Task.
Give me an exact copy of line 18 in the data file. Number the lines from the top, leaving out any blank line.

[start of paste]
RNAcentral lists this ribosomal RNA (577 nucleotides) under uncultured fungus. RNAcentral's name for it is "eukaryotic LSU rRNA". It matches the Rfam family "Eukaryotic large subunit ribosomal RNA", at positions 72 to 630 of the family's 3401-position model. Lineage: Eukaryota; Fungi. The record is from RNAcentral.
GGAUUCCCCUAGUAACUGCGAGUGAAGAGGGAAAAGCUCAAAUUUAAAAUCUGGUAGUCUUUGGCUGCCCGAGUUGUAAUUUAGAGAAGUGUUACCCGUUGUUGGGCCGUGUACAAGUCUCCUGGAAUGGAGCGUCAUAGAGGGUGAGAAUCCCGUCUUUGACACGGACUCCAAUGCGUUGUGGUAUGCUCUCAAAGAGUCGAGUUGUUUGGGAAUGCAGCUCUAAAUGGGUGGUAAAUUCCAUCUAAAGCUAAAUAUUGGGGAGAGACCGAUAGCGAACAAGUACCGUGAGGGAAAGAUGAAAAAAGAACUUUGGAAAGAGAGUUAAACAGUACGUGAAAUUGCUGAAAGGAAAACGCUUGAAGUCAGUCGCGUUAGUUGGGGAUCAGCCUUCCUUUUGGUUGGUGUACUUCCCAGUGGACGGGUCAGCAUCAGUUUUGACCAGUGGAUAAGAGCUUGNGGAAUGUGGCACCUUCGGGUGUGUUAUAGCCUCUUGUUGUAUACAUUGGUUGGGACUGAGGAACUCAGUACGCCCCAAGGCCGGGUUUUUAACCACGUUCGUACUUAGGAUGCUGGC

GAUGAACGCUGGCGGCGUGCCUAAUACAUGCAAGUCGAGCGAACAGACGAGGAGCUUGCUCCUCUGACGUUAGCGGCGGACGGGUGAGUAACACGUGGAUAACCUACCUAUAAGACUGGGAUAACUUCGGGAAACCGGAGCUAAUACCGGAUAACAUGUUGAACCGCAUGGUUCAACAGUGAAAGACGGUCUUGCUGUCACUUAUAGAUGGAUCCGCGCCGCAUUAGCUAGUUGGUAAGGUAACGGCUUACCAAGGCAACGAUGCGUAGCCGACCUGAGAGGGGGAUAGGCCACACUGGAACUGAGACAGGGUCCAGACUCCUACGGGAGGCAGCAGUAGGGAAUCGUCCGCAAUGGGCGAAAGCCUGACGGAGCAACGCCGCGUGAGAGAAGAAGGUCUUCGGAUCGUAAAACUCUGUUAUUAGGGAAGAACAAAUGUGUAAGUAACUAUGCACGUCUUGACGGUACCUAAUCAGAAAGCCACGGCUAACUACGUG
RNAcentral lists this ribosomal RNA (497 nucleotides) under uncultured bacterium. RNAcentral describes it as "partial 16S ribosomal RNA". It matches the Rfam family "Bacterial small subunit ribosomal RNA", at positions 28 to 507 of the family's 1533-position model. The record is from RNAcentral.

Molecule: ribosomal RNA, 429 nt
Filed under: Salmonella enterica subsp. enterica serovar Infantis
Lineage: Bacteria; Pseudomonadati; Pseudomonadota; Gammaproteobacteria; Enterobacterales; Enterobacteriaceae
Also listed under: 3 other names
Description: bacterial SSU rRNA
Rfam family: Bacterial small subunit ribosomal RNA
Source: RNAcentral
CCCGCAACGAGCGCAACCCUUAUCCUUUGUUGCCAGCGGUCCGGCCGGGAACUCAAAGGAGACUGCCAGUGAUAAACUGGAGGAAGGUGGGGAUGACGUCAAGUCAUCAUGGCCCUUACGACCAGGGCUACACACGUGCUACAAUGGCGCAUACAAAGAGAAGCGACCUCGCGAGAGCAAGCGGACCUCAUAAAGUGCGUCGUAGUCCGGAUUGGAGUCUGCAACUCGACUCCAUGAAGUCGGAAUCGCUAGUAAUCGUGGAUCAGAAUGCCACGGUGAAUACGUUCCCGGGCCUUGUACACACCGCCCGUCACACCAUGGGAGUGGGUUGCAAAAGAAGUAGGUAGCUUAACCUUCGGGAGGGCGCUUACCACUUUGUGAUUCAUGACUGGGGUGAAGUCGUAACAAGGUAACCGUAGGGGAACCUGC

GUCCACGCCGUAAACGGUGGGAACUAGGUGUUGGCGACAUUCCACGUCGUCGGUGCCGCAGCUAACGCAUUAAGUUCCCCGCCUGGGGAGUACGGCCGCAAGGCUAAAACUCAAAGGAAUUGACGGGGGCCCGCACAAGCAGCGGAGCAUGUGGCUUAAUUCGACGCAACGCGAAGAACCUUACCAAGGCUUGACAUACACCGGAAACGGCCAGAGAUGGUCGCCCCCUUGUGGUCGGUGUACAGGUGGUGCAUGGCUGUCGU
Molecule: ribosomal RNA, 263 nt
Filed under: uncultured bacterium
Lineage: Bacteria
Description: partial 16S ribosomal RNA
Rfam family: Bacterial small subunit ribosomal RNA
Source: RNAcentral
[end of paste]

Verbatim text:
Rfam family: Bacterial small subunit ribosomal RNA